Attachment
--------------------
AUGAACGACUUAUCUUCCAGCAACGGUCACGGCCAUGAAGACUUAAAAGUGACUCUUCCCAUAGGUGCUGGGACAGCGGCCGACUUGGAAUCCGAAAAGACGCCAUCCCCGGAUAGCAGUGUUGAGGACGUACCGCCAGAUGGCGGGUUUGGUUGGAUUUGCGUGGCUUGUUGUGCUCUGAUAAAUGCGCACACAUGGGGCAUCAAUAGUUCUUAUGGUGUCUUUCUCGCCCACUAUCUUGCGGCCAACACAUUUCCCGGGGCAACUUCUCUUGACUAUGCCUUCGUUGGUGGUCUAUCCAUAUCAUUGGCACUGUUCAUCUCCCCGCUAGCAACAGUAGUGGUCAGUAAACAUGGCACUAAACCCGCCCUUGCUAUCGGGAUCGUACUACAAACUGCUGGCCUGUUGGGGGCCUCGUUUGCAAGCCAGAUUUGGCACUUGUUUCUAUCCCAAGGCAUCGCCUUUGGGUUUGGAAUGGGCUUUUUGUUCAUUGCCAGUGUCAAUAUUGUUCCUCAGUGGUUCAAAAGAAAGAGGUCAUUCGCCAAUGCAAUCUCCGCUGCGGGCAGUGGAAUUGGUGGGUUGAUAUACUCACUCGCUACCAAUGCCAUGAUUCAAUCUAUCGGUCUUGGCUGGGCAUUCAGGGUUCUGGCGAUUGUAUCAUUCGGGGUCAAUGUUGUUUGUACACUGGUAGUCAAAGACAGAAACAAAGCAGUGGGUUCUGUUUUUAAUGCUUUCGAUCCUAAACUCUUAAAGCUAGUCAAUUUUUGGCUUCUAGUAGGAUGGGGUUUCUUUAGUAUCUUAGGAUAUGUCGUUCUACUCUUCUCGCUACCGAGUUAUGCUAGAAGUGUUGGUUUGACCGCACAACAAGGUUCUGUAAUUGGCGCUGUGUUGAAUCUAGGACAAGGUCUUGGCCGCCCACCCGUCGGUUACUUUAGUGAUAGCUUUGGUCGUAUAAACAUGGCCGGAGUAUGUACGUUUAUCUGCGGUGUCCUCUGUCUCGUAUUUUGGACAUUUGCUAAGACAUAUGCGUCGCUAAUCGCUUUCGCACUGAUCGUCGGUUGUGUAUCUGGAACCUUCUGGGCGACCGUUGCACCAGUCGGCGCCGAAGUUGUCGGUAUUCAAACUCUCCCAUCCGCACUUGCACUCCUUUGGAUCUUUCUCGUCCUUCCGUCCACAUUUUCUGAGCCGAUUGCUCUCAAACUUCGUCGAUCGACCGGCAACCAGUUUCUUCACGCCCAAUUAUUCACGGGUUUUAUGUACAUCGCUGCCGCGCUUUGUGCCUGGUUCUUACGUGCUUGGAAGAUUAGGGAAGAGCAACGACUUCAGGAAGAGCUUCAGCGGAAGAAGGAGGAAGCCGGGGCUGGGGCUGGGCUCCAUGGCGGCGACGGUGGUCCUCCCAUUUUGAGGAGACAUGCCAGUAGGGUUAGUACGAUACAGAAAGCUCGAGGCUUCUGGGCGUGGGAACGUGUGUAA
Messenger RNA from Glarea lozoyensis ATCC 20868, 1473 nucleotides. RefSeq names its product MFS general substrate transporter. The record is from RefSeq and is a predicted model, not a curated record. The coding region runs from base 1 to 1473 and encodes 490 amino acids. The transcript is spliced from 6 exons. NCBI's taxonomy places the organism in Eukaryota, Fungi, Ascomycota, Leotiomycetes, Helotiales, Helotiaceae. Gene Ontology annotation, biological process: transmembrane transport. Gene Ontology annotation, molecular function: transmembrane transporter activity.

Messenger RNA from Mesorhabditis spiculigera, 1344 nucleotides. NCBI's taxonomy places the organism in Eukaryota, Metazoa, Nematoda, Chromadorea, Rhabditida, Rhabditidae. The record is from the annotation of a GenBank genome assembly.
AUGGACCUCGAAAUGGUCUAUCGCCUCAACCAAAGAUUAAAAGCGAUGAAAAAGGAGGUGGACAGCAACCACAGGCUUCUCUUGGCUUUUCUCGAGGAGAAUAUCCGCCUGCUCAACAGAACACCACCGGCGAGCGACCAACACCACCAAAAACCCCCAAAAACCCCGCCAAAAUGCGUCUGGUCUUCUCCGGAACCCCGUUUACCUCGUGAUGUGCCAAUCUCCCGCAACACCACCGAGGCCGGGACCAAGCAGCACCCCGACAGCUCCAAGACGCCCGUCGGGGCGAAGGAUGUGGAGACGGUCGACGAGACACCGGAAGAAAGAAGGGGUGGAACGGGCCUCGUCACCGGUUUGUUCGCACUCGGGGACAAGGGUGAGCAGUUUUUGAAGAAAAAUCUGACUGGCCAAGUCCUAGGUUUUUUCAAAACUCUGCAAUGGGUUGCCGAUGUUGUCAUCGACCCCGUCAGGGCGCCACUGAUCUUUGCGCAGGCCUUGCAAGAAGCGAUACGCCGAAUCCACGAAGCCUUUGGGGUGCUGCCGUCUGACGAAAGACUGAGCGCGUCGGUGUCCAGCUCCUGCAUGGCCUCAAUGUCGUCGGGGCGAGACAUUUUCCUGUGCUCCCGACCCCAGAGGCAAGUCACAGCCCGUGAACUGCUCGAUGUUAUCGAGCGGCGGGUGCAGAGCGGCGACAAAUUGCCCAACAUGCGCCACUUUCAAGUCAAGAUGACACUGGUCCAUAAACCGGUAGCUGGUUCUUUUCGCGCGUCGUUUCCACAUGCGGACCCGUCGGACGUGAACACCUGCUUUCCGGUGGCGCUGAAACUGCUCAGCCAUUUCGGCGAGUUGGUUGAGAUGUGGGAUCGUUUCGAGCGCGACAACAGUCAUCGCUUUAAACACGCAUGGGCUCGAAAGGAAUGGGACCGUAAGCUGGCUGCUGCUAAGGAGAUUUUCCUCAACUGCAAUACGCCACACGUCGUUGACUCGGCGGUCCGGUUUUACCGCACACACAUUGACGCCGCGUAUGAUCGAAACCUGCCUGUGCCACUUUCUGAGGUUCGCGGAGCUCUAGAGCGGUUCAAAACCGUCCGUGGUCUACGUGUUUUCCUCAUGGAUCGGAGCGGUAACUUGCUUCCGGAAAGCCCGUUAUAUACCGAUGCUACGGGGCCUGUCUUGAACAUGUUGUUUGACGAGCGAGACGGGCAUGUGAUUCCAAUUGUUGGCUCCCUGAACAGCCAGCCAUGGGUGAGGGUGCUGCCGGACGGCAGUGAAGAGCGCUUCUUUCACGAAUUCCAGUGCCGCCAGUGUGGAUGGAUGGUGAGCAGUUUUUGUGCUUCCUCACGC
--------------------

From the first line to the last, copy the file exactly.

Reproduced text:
AUGAACGACUUAUCUUCCAGCAACGGUCACGGCCAUGAAGACUUAAAAGUGACUCUUCCCAUAGGUGCUGGGACAGCGGCCGACUUGGAAUCCGAAAAGACGCCAUCCCCGGAUAGCAGUGUUGAGGACGUACCGCCAGAUGGCGGGUUUGGUUGGAUUUGCGUGGCUUGUUGUGCUCUGAUAAAUGCGCACACAUGGGGCAUCAAUAGUUCUUAUGGUGUCUUUCUCGCCCACUAUCUUGCGGCCAACACAUUUCCCGGGGCAACUUCUCUUGACUAUGCCUUCGUUGGUGGUCUAUCCAUAUCAUUGGCACUGUUCAUCUCCCCGCUAGCAACAGUAGUGGUCAGUAAACAUGGCACUAAACCCGCCCUUGCUAUCGGGAUCGUACUACAAACUGCUGGCCUGUUGGGGGCCUCGUUUGCAAGCCAGAUUUGGCACUUGUUUCUAUCCCAAGGCAUCGCCUUUGGGUUUGGAAUGGGCUUUUUGUUCAUUGCCAGUGUCAAUAUUGUUCCUCAGUGGUUCAAAAGAAAGAGGUCAUUCGCCAAUGCAAUCUCCGCUGCGGGCAGUGGAAUUGGUGGGUUGAUAUACUCACUCGCUACCAAUGCCAUGAUUCAAUCUAUCGGUCUUGGCUGGGCAUUCAGGGUUCUGGCGAUUGUAUCAUUCGGGGUCAAUGUUGUUUGUACACUGGUAGUCAAAGACAGAAACAAAGCAGUGGGUUCUGUUUUUAAUGCUUUCGAUCCUAAACUCUUAAAGCUAGUCAAUUUUUGGCUUCUAGUAGGAUGGGGUUUCUUUAGUAUCUUAGGAUAUGUCGUUCUACUCUUCUCGCUACCGAGUUAUGCUAGAAGUGUUGGUUUGACCGCACAACAAGGUUCUGUAAUUGGCGCUGUGUUGAAUCUAGGACAAGGUCUUGGCCGCCCACCCGUCGGUUACUUUAGUGAUAGCUUUGGUCGUAUAAACAUGGCCGGAGUAUGUACGUUUAUCUGCGGUGUCCUCUGUCUCGUAUUUUGGACAUUUGCUAAGACAUAUGCGUCGCUAAUCGCUUUCGCACUGAUCGUCGGUUGUGUAUCUGGAACCUUCUGGGCGACCGUUGCACCAGUCGGCGCCGAAGUUGUCGGUAUUCAAACUCUCCCAUCCGCACUUGCACUCCUUUGGAUCUUUCUCGUCCUUCCGUCCACAUUUUCUGAGCCGAUUGCUCUCAAACUUCGUCGAUCGACCGGCAACCAGUUUCUUCACGCCCAAUUAUUCACGGGUUUUAUGUACAUCGCUGCCGCGCUUUGUGCCUGGUUCUUACGUGCUUGGAAGAUUAGGGAAGAGCAACGACUUCAGGAAGAGCUUCAGCGGAAGAAGGAGGAAGCCGGGGCUGGGGCUGGGCUCCAUGGCGGCGACGGUGGUCCUCCCAUUUUGAGGAGACAUGCCAGUAGGGUUAGUACGAUACAGAAAGCUCGAGGCUUCUGGGCGUGGGAACGUGUGUAA
Messenger RNA from Glarea lozoyensis ATCC 20868, 1473 nucleotides. RefSeq names its product MFS general substrate transporter. The record is from RefSeq and is a predicted model, not a curated record. The coding region runs from base 1 to 1473 and encodes 490 amino acids. The transcript is spliced from 6 exons. NCBI's taxonomy places the organism in Eukaryota, Fungi, Ascomycota, Leotiomycetes, Helotiales, Helotiaceae. Gene Ontology annotation, biological process: transmembrane transport. Gene Ontology annotation, molecular function: transmembrane transporter activity.

Messenger RNA from Mesorhabditis spiculigera, 1344 nucleotides. NCBI's taxonomy places the organism in Eukaryota, Metazoa, Nematoda, Chromadorea, Rhabditida, Rhabditidae. The record is from the annotation of a GenBank genome assembly.
AUGGACCUCGAAAUGGUCUAUCGCCUCAACCAAAGAUUAAAAGCGAUGAAAAAGGAGGUGGACAGCAACCACAGGCUUCUCUUGGCUUUUCUCGAGGAGAAUAUCCGCCUGCUCAACAGAACACCACCGGCGAGCGACCAACACCACCAAAAACCCCCAAAAACCCCGCCAAAAUGCGUCUGGUCUUCUCCGGAACCCCGUUUACCUCGUGAUGUGCCAAUCUCCCGCAACACCACCGAGGCCGGGACCAAGCAGCACCCCGACAGCUCCAAGACGCCCGUCGGGGCGAAGGAUGUGGAGACGGUCGACGAGACACCGGAAGAAAGAAGGGGUGGAACGGGCCUCGUCACCGGUUUGUUCGCACUCGGGGACAAGGGUGAGCAGUUUUUGAAGAAAAAUCUGACUGGCCAAGUCCUAGGUUUUUUCAAAACUCUGCAAUGGGUUGCCGAUGUUGUCAUCGACCCCGUCAGGGCGCCACUGAUCUUUGCGCAGGCCUUGCAAGAAGCGAUACGCCGAAUCCACGAAGCCUUUGGGGUGCUGCCGUCUGACGAAAGACUGAGCGCGUCGGUGUCCAGCUCCUGCAUGGCCUCAAUGUCGUCGGGGCGAGACAUUUUCCUGUGCUCCCGACCCCAGAGGCAAGUCACAGCCCGUGAACUGCUCGAUGUUAUCGAGCGGCGGGUGCAGAGCGGCGACAAAUUGCCCAACAUGCGCCACUUUCAAGUCAAGAUGACACUGGUCCAUAAACCGGUAGCUGGUUCUUUUCGCGCGUCGUUUCCACAUGCGGACCCGUCGGACGUGAACACCUGCUUUCCGGUGGCGCUGAAACUGCUCAGCCAUUUCGGCGAGUUGGUUGAGAUGUGGGAUCGUUUCGAGCGCGACAACAGUCAUCGCUUUAAACACGCAUGGGCUCGAAAGGAAUGGGACCGUAAGCUGGCUGCUGCUAAGGAGAUUUUCCUCAACUGCAAUACGCCACACGUCGUUGACUCGGCGGUCCGGUUUUACCGCACACACAUUGACGCCGCGUAUGAUCGAAACCUGCCUGUGCCACUUUCUGAGGUUCGCGGAGCUCUAGAGCGGUUCAAAACCGUCCGUGGUCUACGUGUUUUCCUCAUGGAUCGGAGCGGUAACUUGCUUCCGGAAAGCCCGUUAUAUACCGAUGCUACGGGGCCUGUCUUGAACAUGUUGUUUGACGAGCGAGACGGGCAUGUGAUUCCAAUUGUUGGCUCCCUGAACAGCCAGCCAUGGGUGAGGGUGCUGCCGGACGGCAGUGAAGAGCGCUUCUUUCACGAAUUCCAGUGCCGCCAGUGUGGAUGGAUGGUGAGCAGUUUUUGUGCUUCCUCACGC